It has now been found that the copper catalyzed process for oxidation of a phenol to p-benzoquinone or a substituted p-benzoquinone can be significantly improved so as to enable operation at lower, commercially useful pressures and still achieve an improved conversion and/or improved selectivity to product. In accord with the invention, such objectives are achieved by conducting the oxidation of a phenol in the presence of a copper ion catalyst which is promoted with an oxide or hydroxide of a Group II A metal; e.g., Be, Mg, Ca, Sr, Ba, etc.

DETAILED DESCRIPTION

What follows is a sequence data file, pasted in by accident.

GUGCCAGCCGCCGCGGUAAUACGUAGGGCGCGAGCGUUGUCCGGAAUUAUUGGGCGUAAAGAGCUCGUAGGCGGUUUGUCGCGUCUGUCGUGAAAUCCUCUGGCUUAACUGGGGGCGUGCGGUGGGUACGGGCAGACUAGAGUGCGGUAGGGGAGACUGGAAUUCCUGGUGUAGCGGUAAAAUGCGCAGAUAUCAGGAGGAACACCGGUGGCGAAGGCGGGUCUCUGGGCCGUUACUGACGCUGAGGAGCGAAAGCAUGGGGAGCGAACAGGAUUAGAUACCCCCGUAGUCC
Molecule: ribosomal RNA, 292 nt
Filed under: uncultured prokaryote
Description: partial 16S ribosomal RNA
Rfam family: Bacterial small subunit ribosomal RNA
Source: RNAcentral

According to the invention, phenol and substituted phenols are converted to corresponding p-benzoquinone and substituted p-benzoquinones as illustrated in the following reaction: ##STR1## wherein R1, R2, R3 and R4 may be the same or different and may comprise hydrogen, halo or cyano, alkyl or alkoxy containing 1 to about 12 carbon atoms; phenyl, naphthyl, phenylalkyl, alkylphenyl, phenoxy or phenalkoxy, containing 7 to about 16 carbon atoms; and R1 and R2 or R3 and R4 may be joined to form an aliphatic, aryl or hetero ring. Specific R groups include chloro, cyano, methyl, ethyl, propyl, butyl, isobutyl, tert-butyl, pentyl, p-tolyl, p-anisyl, methoxy, t-butoxy, phenoxy, p-methylphenoxy, and the like. Preferred phenols useful in the process are phenol, o-chlorophenol, o-cresol, m-cresol, 2,5- and 2,6-di-t-butylphenol, 2-t-butylphenol, 2,6-dimethylphenol, and 1-naphthol. When R1 and R2 or R3 and R4 are joined, the resulting p-benzoquinones will be those derived from naphthalene, quinoline, isoquinoline, chroman (dihydrobenzopyran), indole and the like.